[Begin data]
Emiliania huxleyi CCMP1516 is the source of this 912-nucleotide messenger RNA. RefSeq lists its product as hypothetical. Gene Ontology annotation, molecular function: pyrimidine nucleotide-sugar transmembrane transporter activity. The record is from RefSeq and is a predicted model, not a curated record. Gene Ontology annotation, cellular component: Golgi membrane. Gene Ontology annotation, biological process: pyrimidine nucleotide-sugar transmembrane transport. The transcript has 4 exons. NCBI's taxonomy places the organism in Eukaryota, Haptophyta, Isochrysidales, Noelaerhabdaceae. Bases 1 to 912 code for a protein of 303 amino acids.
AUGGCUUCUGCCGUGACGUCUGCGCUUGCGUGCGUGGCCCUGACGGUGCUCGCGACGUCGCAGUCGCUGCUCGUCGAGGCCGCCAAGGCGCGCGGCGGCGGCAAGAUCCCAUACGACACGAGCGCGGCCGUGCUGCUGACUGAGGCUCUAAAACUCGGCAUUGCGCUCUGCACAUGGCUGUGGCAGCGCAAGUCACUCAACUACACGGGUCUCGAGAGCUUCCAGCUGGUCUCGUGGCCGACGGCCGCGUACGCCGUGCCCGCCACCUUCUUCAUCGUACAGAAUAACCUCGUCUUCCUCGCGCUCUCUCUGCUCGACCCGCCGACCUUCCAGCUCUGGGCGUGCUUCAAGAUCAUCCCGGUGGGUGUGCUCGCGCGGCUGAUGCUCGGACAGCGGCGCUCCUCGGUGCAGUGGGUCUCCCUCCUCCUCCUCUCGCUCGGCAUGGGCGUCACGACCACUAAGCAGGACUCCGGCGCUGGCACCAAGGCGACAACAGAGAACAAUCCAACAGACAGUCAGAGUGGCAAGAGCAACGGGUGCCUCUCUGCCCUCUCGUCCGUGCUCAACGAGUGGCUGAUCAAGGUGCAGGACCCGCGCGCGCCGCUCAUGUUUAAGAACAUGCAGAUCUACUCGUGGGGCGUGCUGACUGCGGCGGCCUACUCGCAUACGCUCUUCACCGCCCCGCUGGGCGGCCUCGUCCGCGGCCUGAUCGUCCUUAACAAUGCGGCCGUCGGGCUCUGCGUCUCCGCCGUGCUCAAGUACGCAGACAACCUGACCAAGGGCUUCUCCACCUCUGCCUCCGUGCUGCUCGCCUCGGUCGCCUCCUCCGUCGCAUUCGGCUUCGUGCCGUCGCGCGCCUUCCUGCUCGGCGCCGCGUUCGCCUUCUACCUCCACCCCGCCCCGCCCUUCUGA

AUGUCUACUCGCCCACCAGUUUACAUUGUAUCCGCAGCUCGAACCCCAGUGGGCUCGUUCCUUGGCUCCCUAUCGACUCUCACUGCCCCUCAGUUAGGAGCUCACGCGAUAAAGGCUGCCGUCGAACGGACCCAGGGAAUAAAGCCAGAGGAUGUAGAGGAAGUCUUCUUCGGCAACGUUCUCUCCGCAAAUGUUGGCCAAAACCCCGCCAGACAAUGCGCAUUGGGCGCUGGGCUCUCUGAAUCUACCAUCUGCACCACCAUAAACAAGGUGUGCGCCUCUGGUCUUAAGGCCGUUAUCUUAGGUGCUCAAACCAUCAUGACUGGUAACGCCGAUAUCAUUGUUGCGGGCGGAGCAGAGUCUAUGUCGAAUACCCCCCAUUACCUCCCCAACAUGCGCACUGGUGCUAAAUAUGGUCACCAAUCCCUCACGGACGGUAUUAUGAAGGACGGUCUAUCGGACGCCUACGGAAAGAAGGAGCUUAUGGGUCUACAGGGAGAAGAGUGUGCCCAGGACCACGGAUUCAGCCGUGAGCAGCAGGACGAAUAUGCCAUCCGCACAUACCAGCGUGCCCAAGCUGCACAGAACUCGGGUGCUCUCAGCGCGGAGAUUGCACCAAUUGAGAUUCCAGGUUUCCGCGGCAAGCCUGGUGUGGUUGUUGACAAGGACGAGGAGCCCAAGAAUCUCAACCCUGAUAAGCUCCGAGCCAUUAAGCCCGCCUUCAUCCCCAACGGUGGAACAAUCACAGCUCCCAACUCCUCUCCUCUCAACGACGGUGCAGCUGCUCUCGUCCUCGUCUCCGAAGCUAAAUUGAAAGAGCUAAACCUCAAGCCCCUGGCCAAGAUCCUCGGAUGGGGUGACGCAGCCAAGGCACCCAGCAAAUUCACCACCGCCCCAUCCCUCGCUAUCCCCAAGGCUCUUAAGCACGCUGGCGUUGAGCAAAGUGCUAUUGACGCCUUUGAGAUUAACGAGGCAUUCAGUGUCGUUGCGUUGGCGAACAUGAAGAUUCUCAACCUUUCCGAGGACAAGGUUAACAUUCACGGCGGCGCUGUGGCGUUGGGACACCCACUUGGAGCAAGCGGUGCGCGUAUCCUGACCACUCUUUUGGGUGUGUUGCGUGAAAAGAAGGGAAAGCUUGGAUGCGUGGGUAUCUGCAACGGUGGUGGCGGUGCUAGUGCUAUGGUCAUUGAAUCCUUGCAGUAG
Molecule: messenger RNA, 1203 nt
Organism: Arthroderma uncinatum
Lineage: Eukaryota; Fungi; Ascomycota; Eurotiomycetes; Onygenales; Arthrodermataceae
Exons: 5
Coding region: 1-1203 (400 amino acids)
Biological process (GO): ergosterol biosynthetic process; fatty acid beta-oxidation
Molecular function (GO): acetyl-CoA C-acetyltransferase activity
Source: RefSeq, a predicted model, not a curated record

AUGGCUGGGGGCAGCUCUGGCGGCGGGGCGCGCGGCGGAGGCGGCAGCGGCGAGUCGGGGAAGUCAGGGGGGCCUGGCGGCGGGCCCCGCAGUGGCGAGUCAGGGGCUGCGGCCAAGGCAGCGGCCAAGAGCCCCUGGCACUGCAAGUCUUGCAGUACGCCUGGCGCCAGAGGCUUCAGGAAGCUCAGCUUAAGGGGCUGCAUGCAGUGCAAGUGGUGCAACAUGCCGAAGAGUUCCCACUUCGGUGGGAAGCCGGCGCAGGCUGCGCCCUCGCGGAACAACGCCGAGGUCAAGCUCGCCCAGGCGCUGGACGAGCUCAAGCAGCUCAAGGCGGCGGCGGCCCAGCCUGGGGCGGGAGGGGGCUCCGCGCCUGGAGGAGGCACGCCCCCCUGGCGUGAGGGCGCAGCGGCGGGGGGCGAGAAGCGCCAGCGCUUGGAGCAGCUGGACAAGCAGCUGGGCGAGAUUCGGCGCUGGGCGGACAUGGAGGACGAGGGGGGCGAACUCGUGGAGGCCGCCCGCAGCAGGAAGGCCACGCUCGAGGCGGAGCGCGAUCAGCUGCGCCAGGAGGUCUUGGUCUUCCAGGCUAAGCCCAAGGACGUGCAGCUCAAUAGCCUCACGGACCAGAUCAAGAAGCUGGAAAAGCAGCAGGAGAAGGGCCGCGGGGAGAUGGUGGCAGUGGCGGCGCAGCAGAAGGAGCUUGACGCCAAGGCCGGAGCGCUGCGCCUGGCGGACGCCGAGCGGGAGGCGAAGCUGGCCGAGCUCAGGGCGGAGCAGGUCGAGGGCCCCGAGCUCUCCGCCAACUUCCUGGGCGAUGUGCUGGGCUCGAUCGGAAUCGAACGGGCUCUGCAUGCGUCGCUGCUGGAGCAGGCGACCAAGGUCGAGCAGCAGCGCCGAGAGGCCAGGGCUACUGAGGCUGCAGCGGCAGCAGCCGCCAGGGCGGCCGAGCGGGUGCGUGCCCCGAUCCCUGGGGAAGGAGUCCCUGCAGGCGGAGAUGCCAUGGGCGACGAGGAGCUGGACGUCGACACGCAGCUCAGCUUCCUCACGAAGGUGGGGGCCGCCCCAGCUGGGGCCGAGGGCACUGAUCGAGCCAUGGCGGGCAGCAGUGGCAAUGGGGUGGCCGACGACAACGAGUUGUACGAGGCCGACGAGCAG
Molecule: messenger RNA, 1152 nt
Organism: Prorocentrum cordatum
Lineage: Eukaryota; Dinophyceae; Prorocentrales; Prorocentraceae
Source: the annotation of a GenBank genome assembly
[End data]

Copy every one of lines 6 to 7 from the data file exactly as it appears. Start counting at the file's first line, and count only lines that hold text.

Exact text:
Lineage: Eukaryota; Fungi; Ascomycota; Eurotiomycetes; Onygenales; Arthrodermataceae
Exons: 5